Savory Shortbread the Hard Way. Grilled Cheese the Easy Way

Mistakes were made.

I used to make shortbread all the time, and had the ratio of flour, butter, and sugar memorized. When I decided to make a savory version with Spiceology’s Pink Peppercorn Lemon Thyme Rub, I thought I’d be fine by double-checking my memory with an online recipe.

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 Mistake number one: trusting my memory.

Mistake number two: not going to one of the reputable cooking websites that I normally frequent. No, I won’t give the name of blog whose savory shortbread recipe I used to refresh my memory. Suffice it to say that I should have known better when I saw that the ingredients were out of order and the sugar wasn’t listed. I assumed the half-cup of nothing in the recipe was sugar, because I’ve done this a million times, right?

 Not a mistake: combining this bright, floral, slightly spicy blend into a buttery cookie.

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 The ratios from the first recipe left me with what I optimistically called “butter crisps”. They weren’t shortbread, but they were still a tasty way to move this spice blend beyond the barbecue grill.

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It’s entirely possible that the blogger’s recipe works for her because of difference in climates. Or differences in the liquid content of the butter. These things can make a difference.

Also not a mistake: this recipe for Pink Peppercorn Lemon Thyme Shortbread. It took some tinkering to get it to work, but I can safely say this version works. The result is a crumbly cookie with a hint of the spice in rich butter.

Mistake number three: limiting shortbread cookies to the realm of sweet. Sure, chocolate-dipped shortbread’s delicious (especially when made with the following recipe, substituting Spiceology’s Raspberry Chipotle Rub for the Pink Peppercorn Lemon Thyme. Go down the street to Kakao to get the chocolate to melt.). So’s shortbread sprinkled with mapley-sweet Wine Forest Candy Cap Mushroom Sugar. But savory’s an interesting twist, and a great option if you’re don’t have much of a sweet tooth but still want a little dessert. This pairs well with chai for a spicy twist on afternoon tea.

Pink Peppercorn Lemon Thyme Shortbread

Makes one 9″x9″ baking pan

  • 1.5 sticks butter, room temperature
  • 1/4 cup sugar
  • Pinch of kosher salt
  • 1/2 tablespoon Spiceology Pink Peppercorn Lemon Thyme Rub
  • 2 1/4 cups unbleached all-purpose flour

 Preheat oven to 350 degrees. Grease a 9″x9″ square baking pan.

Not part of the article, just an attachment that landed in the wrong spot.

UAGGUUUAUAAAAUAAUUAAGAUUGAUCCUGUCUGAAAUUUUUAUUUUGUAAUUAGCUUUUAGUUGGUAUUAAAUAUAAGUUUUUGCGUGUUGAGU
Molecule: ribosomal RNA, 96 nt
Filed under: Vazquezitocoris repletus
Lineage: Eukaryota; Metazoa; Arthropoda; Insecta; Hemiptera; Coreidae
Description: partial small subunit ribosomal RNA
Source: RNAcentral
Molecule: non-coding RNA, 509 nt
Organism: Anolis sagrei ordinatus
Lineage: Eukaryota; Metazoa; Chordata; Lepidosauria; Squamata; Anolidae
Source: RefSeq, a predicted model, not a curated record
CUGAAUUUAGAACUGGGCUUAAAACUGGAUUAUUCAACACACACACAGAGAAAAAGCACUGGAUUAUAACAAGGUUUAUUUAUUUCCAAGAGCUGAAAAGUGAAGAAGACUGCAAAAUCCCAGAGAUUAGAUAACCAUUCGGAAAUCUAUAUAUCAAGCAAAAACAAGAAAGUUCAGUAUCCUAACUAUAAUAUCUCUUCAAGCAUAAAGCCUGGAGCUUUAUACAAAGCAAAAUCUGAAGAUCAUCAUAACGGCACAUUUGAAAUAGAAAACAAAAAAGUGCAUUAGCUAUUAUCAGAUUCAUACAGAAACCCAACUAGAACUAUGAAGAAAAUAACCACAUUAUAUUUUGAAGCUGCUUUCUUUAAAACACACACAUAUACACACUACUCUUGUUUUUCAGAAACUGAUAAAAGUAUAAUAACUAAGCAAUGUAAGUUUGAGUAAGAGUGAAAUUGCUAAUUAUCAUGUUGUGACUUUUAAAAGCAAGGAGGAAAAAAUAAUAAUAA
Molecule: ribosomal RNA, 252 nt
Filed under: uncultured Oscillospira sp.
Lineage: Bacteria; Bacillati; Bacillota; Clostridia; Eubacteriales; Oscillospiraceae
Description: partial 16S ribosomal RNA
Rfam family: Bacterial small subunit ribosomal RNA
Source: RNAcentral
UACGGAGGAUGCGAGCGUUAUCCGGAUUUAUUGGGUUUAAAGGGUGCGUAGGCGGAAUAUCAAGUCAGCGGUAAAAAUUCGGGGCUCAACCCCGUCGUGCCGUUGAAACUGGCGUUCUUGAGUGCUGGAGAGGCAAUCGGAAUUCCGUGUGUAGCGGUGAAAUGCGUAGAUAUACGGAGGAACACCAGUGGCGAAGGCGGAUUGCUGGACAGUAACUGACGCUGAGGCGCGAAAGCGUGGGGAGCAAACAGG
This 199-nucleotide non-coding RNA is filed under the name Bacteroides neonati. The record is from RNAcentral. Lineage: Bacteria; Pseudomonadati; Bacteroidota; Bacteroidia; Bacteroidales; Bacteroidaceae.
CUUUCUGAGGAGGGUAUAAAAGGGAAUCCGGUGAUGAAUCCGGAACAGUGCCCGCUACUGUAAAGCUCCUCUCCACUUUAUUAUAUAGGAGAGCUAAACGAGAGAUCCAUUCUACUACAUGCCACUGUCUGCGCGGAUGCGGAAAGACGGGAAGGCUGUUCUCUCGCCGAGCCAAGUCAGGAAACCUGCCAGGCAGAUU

Cream butter and sugar together until pale and fluffy. Mix in salt and Spiceology Pink Peppercorn Lemon Thyme Rub.

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Add flour and mix until the mixture’s combined and crumbly, but holds together when pressed.

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 Press mixture evenly into the prepared baking pan. Lightly score with a knife.

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 Bake 20 minutes or until golden brown. Let cool, then cut into squares.

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 Mine are but wee Scottish shortbread, because we gave them away on Sample Saturday. You can cut yours whatever size you like.

Also not a mistake: Larder & Cupboard’s new made-to-order grilled cheese sandwiches. Five bucks gets you buttery toasted Great Harvest bread loaded with our proprietary blend of aged white cheddar, whole-milk mozzarella, and gouda. We’ve got this recipe down-pat. It’s a great $5 lunch. Add a Spindrift soda for $2. It’s a good decision.

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And the Winner is … These Oscar Party Snacks!

I’m not a movie person. Or an award show person. But I’m a snacker, so any excuse for a party with salties and sweeties is okay by me. This weekend’s Oscars offer a chance to glam up some old favorites.

You need popcorn, of course. Go super-luxurious and easy by tossing popped corn with Ozark Forest Truffle Butter or Wine Forest Fennel Salt.

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The fennel salt’s sweet and aromatic, perfect for a late-winter hint of spring.

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In Februrary Bon Appetit published a recipe for spicy-sweet Buffalo Wing Popcorn, which we’re loving with Gift Horse Hot Sauce from Juniper.

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Or, if you don’t want to mess with baking your popcorn, make buttered popcorn with a good dose of Spiceologist’s Black and Bleu Rub. We just got our first shipment of it yesterday, and it’s delicious!

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We’re doing a smoky take on kettle corn with Bourbon Smoked Sugar and Salt:

Smoky Kettle Corn

1/4 cup vegetable oil

1/2 cup popcorn kernels

1/3 cup Bourbon Smoked Sugar

3/4 teaspoon Bourbon Smoked Salt

Heat the oil in a large pot over medium-high heat. Add the popcorn and sugar. Give the kernels a quick stir and then cover with a lid.

Once the popcorn starts popping, carefully pick the pot up and give it a quick shake every few seconds until the popping slows down, between 3-4 minutes. Remove immediately from the heat and pour the kettle corn into a large bowl.

Sprinkle with salt and serve immediately.

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If you’d prefer all sweet, we have some flavorful twists on the Honey Blondies recipe that ran in Martha Stewart Living in January with bourbon barrel-aged vanilla, Seed Geeks local raw honey, and Missouri-grown Hammons black walnuts.

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Honey Blondies, L&C-Style
Makes 16

1 stick unsalted butter, plus more for pan

1 ¼ cups all-purpose flour, plus more for pan

⅓ cup Seed Geeks Honey

¾ cup packed light brown sugar

1 large egg, lightly beaten

2 teaspoons Bourbon-Madagascar Vanilla Extract

1 teaspoon coarse salt
½ cup Hammons recipe-cut black walnuts

Preheat oven to 350 degrees. Butter an 8″ square baking pan. Line with parchment, leaving an overhang on two sides, then butter and flour the parchment.

Melt butter and honey in a saucepan. Stir in brown sugar, then transfer to a bowl. Stir in egg and vanilla, then flour, salt and black walnuts until just combined. Spread batter evenly in prepared pan.

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Bake until browned on edges and set, about 28 minutes. Let cool completely in pan set on wire rack, then lift blondies out of pan using parchment overhang. Cut into squares. Blondies can be stored in an airtight container up to three days.

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Top off your Hollywood-style celebration with a classic cocktail named for classic Hollywood honcho, Mary Pickford. Originally pomegranate grenadine gave her signature drink its pink blush, but we’re giving it an award-winning cherry twist with Quince & Apple’s Tart Cherry Grenadine. It won a 2014 Good Food Award – that’s like Best Picture!